IL in Pandemic TimesSymposium

Claims after COVID?

COVID-19 and state defenses in response to investment claims

COVID-19 continues to wreak havoc – not only by taking the lives of thousands of people across the world but also by impacting the national and international economy. The pandemic has disrupted business in all of its manifestations and caused millions of workers to be laid off. Many companies, including those owned and run by foreign investors, are subjected to an unprecedented host of state measures. These unexpected circumstances have …

READ MORE →

IL in Pandemic TimesSymposium

Testing Europe: COVID-19 and the rule of law

“Sovereign is he who decides on the exception,” wrote the notorious constitutional law scholar Carl Schmitt in 1922 in his work Political Theology, “exception” understood as measures undertaken in a state of emergency. The democratic constitutions of Europe are grounded on the notion of popular sovereignty; Article 20 of the German Basic Law, for example, states that “[a]ll state authority is derived from the people”. The Treaty on European Union …

READ MORE →

IL in Pandemic TimesSymposium

A burden to share

The need to acknowledge the complexity of member state differences in the Eurozone

The spread of the Coronavirus disease prompts the question whether EU Member states should show solidarity and, if so, to what extent. It is clear that Italy is one of the European countries to have been severely struck by the consequences of the spread of the Coronavirus disease 2019. The lock-down and restrictions for public life have a dire effect on the Italian economy. As a consequence, Italy has called …

READ MORE →

IL in Pandemic TimesSymposium

Vulnerability in times of Corona

Guidelines from the Inter-American Court of Human Rights on the Right to Health

Two years ago, the Inter-American Court of Human Rights (Court) issued a seminal ruling regarding the right to health established in Article 26 of the American Convention on Human Rights (ACHR). For the first time ever, it held a State Party to be internationally responsible for not guaranteeing non-discriminatory access to health services (previously discussed here and here). In the same case, the Court also established the justiciability of the …

READ MORE →

IL in Pandemic TimesSymposium

The Corona effect

On complex causality in the international anti-corruption arena

Can the flap of a bat’s wings in Hunan, China, send global markets into freefall and threaten democracy in the Americas? Today, most of us would answer in the affirmative – perhaps proof that Konrad Lorenz’s butterfly effect theory, which he first wrote about in 1972, is more relevant than ever. Catherine Mackinnon aside, few in the legal world have argued for complex causality in dynamic, unstable systems. Yet, the …

READ MORE →

IL in Pandemic TimesSymposium

Beauty and the virus

Fashion brands, the UNGPs and (imagined) solidarity in pandemic times

Many parts of the world are in lockdown due to the Covid-19 pandemic. As most of Europe was hit hard by the virus and its rapid spread, countries implemented lockdown measures, varying in reach, style and enforcement, but with a main commonality to close down facilities deemed non-essential. Consequently, apparel stores had to close their doors and customers have been restricted to online-shopping, resulting in a vast drop in demand. …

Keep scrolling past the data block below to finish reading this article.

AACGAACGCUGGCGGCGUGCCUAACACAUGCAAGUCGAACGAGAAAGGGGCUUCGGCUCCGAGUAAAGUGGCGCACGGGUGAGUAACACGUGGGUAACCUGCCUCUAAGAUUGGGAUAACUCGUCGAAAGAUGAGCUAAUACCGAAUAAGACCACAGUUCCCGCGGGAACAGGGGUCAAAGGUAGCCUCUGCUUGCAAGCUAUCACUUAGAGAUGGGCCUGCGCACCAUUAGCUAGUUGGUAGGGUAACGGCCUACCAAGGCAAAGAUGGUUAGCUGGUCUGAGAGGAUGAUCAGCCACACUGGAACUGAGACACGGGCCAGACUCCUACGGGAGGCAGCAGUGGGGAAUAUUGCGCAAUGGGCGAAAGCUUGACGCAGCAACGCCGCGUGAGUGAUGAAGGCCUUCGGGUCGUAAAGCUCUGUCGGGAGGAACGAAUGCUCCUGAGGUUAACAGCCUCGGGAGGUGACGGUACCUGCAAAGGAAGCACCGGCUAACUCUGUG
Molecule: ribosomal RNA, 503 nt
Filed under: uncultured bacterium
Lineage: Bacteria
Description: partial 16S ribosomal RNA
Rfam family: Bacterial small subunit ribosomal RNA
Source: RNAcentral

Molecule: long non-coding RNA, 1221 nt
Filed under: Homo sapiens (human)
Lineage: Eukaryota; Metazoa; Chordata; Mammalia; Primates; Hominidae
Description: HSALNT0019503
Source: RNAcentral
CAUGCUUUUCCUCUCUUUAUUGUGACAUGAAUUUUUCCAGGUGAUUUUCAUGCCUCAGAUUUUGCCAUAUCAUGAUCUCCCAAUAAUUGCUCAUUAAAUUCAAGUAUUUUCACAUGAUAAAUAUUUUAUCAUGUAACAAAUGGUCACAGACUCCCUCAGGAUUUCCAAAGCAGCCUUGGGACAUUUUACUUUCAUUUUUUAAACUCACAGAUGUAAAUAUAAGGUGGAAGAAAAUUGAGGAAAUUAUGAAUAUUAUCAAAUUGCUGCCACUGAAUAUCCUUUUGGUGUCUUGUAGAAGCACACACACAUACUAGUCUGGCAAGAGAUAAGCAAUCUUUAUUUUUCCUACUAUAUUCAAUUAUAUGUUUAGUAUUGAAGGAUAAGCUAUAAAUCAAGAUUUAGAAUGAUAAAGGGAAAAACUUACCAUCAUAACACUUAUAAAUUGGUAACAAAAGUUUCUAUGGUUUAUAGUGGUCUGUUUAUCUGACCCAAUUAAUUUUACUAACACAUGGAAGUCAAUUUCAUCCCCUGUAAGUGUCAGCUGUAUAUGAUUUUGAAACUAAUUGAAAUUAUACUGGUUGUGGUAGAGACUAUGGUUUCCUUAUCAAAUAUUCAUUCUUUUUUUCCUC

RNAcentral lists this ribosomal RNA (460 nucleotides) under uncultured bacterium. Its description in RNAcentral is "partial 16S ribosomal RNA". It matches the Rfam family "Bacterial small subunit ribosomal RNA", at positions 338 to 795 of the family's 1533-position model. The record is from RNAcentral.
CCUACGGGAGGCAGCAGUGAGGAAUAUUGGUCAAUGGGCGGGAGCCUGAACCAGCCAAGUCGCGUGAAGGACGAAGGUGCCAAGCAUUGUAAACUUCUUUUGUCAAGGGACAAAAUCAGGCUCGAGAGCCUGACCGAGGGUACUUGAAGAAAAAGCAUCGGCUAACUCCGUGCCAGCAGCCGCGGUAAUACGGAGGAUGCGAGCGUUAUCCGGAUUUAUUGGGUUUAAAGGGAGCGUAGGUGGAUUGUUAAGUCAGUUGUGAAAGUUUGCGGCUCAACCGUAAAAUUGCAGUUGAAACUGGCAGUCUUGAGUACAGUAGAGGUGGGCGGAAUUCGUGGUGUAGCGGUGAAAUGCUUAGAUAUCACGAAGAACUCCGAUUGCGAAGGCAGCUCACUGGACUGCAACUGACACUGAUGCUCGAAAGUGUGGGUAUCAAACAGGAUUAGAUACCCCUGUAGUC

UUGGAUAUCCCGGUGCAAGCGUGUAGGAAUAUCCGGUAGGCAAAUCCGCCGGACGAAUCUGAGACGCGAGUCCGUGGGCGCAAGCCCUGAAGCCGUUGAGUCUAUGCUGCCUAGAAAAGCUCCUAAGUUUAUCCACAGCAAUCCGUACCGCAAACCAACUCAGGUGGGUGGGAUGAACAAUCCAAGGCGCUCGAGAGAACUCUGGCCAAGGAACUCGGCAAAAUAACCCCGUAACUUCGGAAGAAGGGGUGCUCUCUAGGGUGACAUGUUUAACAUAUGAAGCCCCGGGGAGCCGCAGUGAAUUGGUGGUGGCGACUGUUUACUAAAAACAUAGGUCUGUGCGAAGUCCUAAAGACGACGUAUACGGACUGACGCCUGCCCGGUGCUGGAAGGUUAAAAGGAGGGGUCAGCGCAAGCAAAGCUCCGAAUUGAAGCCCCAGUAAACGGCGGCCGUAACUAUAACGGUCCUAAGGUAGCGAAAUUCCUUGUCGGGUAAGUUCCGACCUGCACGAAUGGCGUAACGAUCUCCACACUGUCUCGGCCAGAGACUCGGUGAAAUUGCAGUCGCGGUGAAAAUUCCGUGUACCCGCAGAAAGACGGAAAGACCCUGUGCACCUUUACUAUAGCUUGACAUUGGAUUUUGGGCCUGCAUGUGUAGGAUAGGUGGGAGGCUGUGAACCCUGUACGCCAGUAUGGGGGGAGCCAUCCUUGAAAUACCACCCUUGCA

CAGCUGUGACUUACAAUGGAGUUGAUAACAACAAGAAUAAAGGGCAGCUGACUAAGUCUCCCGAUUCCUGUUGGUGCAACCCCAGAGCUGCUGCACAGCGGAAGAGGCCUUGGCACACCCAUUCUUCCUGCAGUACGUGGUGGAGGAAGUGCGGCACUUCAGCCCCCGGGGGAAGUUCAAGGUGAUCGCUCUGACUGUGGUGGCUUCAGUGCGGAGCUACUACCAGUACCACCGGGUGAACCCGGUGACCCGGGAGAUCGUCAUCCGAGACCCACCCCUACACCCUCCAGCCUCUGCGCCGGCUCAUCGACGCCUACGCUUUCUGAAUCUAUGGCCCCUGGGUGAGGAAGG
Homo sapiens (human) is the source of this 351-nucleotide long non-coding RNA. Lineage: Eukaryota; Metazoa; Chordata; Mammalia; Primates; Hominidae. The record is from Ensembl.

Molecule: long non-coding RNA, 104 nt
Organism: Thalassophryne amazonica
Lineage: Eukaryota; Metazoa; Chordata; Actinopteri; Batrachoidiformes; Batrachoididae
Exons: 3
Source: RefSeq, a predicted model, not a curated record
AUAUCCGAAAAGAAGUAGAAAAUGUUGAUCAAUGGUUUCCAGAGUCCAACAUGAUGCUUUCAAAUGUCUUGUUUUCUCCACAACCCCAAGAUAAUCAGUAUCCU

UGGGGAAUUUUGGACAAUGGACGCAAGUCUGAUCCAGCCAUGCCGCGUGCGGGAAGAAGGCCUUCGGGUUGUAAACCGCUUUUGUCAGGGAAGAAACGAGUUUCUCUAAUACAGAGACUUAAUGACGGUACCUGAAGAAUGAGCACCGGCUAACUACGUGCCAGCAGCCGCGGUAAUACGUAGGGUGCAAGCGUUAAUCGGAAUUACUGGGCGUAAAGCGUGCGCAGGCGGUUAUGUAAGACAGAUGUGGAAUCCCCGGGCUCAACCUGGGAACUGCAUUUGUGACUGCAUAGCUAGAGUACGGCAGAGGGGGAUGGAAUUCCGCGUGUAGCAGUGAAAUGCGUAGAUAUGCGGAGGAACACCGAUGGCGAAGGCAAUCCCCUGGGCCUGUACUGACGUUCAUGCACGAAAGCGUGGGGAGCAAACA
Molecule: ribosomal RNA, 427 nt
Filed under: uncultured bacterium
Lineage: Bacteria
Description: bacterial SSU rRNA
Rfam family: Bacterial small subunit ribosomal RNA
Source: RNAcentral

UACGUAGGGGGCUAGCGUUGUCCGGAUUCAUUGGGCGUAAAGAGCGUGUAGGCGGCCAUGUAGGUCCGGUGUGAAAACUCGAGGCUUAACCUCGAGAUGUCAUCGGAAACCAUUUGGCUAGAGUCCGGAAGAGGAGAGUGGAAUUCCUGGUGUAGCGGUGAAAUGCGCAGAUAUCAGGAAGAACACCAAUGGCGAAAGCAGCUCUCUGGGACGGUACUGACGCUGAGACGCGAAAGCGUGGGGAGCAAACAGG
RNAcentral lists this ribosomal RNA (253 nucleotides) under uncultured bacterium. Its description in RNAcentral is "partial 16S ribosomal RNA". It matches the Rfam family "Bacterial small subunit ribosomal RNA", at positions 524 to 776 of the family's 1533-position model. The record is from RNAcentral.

READ MORE →

IL in Pandemic TimesSymposium

Look for everyday solidarity

International law in pandemic times

The absent global leadership and starkly uncoordinated cross-border responses have exacerbated the spread of the coronavirus. On a positive note, countries are progressively joining forces to address immediate humanitarian appeals. They are engaging with diverse partners and experimenting on novel funding approaches through various forums, including the Coronavirus Global Response and the Coalition for Epidemic Preparedness Innovations. These partnerships are bringing light to the spirit of solidarity. We want to …

READ MORE →

Current Developments

Between the body and the politic

Reading recommendations on epidemics, international law, and history – Part II

Herlihy writes of the Black Death, “the plague caused divisions between the healthy and the sick, those in the cultural mainstream and those in the margins… and between the mass of society and its cultural leaders”. Those in the margins of society included strangers, travelers, beggars, lepers, Jews, the poor… the list goes on. Towns routinely closed their gates to all outsiders. During the plague of the 1890s, the medical …

READ MORE →

Current Developments

Between the body and the politic

Reading recommendations on epidemics, international law, and history – Part I

The mute substratum of political life. This is how Clifford Owens describes the body. When things are going well, it silently slips into the background of public life. When the body becomes threatened, however, it transforms into “the source of the most profound disturbances in the political field”. After all, we humans are, despite our highest ethical ideals and furthest scientific advances, still inescapably tethered to our bodies. Our physical …

READ MORE →

BofaxeCurrent Developments

Leaving no one behind?

Special needs in times of COVID-19

In the current COVID-19 pandemic, the rights and special needs of persons with disabilities are once again neglected dramatically. It is bitterly unsurprising that the topic arrived on the agenda of international policy makers only when UN special rapporteur on the rights of persons with disabilities, Catalina Devandas, criticized the lack of awareness and resulting inaction in mid-March. UNICEF was finally the first international organization to publish considerations on children …

READ MORE →